Last Sunday, Carolyn and I reached a milestone. Aaron became the first Perlstein son to clear his last possessions from our garage. Another important milestone now approaches. This Sunday marks my father Morris’s 112th birthday.

The King—I’ll explain the nickname—died in 1983. But he’s never been gone. It’s not that he had an outsize personality. Rather, his ordinary life offered extraordinary examples of what it means to be loving, honest and kind—to be a mensch.

A little history: My father was born in Warsaw, Poland. He came to America in 1906 with his parents and two sisters. I like to imagine my grandfather holding my father up on the deck of their ship to see the Statue of Liberty. I like to think of my grandmother saying, “In America, you can be anything you want.”

What my father wanted to be was an American. His parents were thirty-four when they arrived at Ellis Island. While they all became Americans—the family was granted citizenship in August 1911 while living on 17th Street in Manhattan—my grandparents had to feel their way into the new culture. Some of America remained alien as it often does to adult immigrants, particularly Jews in a “Christian nation.” My father came here at two-and-a-half. Moishe became Morris. He had no memories of Warsaw. I once asked him what he thought of his parents. His answer: “I thought they were greenhorns.”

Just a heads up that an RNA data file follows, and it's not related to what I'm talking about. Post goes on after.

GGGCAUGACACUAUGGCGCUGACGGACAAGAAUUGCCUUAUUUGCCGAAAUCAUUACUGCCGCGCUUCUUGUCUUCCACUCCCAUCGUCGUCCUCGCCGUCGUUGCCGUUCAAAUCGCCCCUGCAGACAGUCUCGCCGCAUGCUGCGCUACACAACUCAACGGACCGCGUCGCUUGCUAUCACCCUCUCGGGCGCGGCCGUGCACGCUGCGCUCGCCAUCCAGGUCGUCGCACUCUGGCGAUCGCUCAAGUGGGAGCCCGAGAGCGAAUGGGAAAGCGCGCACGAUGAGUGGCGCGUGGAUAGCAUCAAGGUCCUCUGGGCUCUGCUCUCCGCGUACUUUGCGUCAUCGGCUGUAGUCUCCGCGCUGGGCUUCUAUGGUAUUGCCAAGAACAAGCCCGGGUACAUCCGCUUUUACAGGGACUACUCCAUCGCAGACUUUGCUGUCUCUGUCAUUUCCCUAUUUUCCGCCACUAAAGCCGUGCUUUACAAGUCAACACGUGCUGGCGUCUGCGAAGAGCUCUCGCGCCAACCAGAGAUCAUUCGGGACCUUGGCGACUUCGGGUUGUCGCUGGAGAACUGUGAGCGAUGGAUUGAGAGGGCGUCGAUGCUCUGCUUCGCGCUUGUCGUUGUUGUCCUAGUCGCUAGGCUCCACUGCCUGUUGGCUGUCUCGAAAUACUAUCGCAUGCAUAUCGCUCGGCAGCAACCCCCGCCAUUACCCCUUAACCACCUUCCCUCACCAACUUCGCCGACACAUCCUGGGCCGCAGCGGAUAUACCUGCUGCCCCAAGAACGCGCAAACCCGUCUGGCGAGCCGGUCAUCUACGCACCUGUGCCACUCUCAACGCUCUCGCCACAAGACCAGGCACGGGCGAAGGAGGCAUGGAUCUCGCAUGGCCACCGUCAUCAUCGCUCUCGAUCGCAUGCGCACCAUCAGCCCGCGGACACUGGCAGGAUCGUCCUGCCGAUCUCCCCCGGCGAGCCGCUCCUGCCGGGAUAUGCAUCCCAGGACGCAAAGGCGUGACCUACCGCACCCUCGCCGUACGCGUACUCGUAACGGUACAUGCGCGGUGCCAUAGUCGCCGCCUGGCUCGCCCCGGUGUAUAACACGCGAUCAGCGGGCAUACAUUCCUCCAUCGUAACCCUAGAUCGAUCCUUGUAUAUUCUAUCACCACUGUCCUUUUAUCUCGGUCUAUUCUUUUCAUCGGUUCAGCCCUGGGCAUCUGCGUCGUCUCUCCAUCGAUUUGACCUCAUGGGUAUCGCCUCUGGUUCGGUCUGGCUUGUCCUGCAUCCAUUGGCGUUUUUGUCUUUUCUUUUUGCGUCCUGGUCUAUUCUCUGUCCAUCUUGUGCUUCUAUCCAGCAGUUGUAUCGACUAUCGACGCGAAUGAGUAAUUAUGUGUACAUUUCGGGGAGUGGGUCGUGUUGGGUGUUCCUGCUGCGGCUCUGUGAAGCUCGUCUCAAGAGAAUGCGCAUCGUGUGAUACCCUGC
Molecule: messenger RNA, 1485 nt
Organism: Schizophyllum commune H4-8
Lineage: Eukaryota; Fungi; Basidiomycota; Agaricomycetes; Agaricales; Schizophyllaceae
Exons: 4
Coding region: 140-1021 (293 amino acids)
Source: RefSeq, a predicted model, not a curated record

As a kid, the King played sports. He also wanted an education and believed that he could get further ahead as a college man at a time when relatively few people went to college. After graduating from the old DeWitt Clinton High School, he worked to help support the family. He also attended night classes at New York University—for eleven years. In 1932, he received his B.S. from NYU’s School of Commerce.

Four years later, following a whirlwind courtship, he married my mother Blanche. He made a good living. After the War, he became a salesman, selling springs to bedding and furniture manufacturers. My mother though he’d never succeed. The King was an introvert. She soon had both a mink stole and a mink coat. Did I mention the lamb’s-wool jacket? My father’s pleasures were modest: family, food, cigars, Broadway musicals, Friday-night gin games and summers at a Catskills bungalow colony—Kappy’s Kottages. He took me to baseball and basketball games. Later he and my mother enjoyed Las Vegas—craps for him, slots for her.

As to the nickname: I started calling my father King after an episode on TV’s The Honeymooners. Ralph Kramden (Jackie Gleason) ranted to his wife Alice (Audrey Meadows) that he was “the king of the castle.” I ran with it and soon referred to my mother as the Queen. For decades, I sent birthday and anniversary cards portraying kings and queens. On the King’s cards, I always drew a cigar.

The only memorials to Morris Perlstein are his descendents. He lived what New York Times columnist David Brooks refers to as “the small, happy life.” There’s a big idea there. The world just might be better off if more people lived lives not of celebrity or wealth accumulation but of peaceful integrity. Happy birthday, King. Your memory is a blessing.

Read the first two chapters of FLIGHT OF THE SPUMONIS here at You can get a signed copy from me—$20 plus $3 postage if required—or order a soft cover or e-book at 

To respond, click on “comments” above then go to the bottom of the article.